accusing her of falsehood. If these statements be true, and there be no other important circumstances, except the assault, the Department begs to advise you that, had not Midshipman Darrin resented the gross insult tendered the woman under his protection, he would thereby, by such inaction, have rendered himself liable to dismissal from the Navy. It is always the first duty of a gentleman to afford ample protection to any woman under his escort and care.

"Should you deny the statements quoted above in favor of Midshipman Darrin, and should you further desire to have the matter brought to issue before a duly appointed court of inquiry, before which you would be required to appear as a material witness, this Department will be glad so to be advised. If you do not make formal application for the appointment of such court of inquiry within the next few days, no further action will be taken in the matter. Very respectfully,

"Your obedient servant, "(Signed) LEOK B. CHAMBERS, "Secretary of the Navy."

As he read, and realized how flat his charge had fallen, Ardmore's face passed through several shades of red.

"Of all the government red tape!" he muttered wrathfully. "I didn't think the fool Secretary would do anything like this. I thought he'd just call Darrin down hard and plenty, and perhaps bounce him out of the Naval Academy. Humph! I guess all these Navy folks stand together. There doesn't seem to be much justice about it."

Ardmore thereupon took another vacation away from Gridley. A few days after he went Midshipman Darrin received a brief communication from the Secretary of the Navy, stating that no further action had been taken by the accuser, and that the Department was satisfied that the midshipman's conduct had been fully justified. Therefore the matter would not be called to the attention of the Naval Academy authorities for action.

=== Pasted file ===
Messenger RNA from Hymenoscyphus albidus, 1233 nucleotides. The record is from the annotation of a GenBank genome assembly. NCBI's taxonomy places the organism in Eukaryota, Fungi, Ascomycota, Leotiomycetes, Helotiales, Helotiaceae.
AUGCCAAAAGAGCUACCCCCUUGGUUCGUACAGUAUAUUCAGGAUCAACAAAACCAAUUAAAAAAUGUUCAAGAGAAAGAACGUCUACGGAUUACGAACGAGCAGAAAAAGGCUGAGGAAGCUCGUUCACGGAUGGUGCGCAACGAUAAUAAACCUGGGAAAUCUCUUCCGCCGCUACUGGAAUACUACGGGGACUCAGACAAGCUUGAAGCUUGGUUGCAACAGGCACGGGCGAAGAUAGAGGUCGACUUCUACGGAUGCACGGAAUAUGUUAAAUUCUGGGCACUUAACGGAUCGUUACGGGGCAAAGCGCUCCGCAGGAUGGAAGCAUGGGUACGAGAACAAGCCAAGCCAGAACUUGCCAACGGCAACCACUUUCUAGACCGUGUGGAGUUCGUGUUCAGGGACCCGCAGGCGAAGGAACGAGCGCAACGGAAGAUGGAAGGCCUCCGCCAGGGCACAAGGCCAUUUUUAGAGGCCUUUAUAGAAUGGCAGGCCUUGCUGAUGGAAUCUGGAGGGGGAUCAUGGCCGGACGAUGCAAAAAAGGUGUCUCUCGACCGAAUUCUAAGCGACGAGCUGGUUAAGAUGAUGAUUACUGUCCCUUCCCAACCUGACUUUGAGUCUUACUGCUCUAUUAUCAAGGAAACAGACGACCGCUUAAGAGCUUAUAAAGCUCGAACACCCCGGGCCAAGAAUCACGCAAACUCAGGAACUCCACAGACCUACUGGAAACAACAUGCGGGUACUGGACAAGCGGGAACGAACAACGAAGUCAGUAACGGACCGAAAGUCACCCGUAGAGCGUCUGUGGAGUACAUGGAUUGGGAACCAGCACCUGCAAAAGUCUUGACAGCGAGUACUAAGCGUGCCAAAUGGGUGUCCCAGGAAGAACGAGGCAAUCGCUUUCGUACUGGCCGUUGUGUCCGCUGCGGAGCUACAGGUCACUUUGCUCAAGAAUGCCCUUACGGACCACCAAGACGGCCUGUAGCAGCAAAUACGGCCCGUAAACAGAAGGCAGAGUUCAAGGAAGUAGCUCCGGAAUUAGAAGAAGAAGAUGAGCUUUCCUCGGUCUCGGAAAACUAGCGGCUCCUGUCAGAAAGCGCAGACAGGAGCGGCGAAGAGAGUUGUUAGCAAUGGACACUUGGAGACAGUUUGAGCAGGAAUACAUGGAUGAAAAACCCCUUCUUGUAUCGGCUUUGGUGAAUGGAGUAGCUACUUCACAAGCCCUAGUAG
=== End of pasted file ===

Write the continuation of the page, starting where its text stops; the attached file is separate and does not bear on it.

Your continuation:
"So you see," smiled Dave, as he called at Belle's home and handed her the letter, "there is never any need to be worried until trouble breaks in earnest."

"Oh, I'm so glad!" cried Belle, her eyes shining with delight, "I hope you won't meet that Ardmore fellow again while you're home."

"If I do," promised Dave, "I shall merely look over his head when we meet, unless he repeats the offense that brought him that thrashing."

Ardmore, however, did not appear in Gridley again during Dave's leave of absence.

Dave and Dan tasted, to the full, the delights of life in the old home town until the day when it was necessary for them to take train and return to Annapolis.

"Mother, Laura and I will go down to Annapolis whenever we hear from you as to the best time for coming," Miss Meade promised at the railway station.

Then she found chance to murmur, in a voice too low for any of the others present to hear:

"And I'll try hard not to be such a goose as I was last winter!"

She referred to the trouble that had been made by another girl at Annapolis, the circumstances of which are wholly familiar to the readers of the earlier volumes of this series.

"I don't blame you for the way you felt last winter," Dave assured her heartily, "Next time, however, I hope you'll come to me first for an explanation."

"There isn't going to be any next time, Dave."

Three minutes later two midshipmen were being whirled through the city limits of Gridley.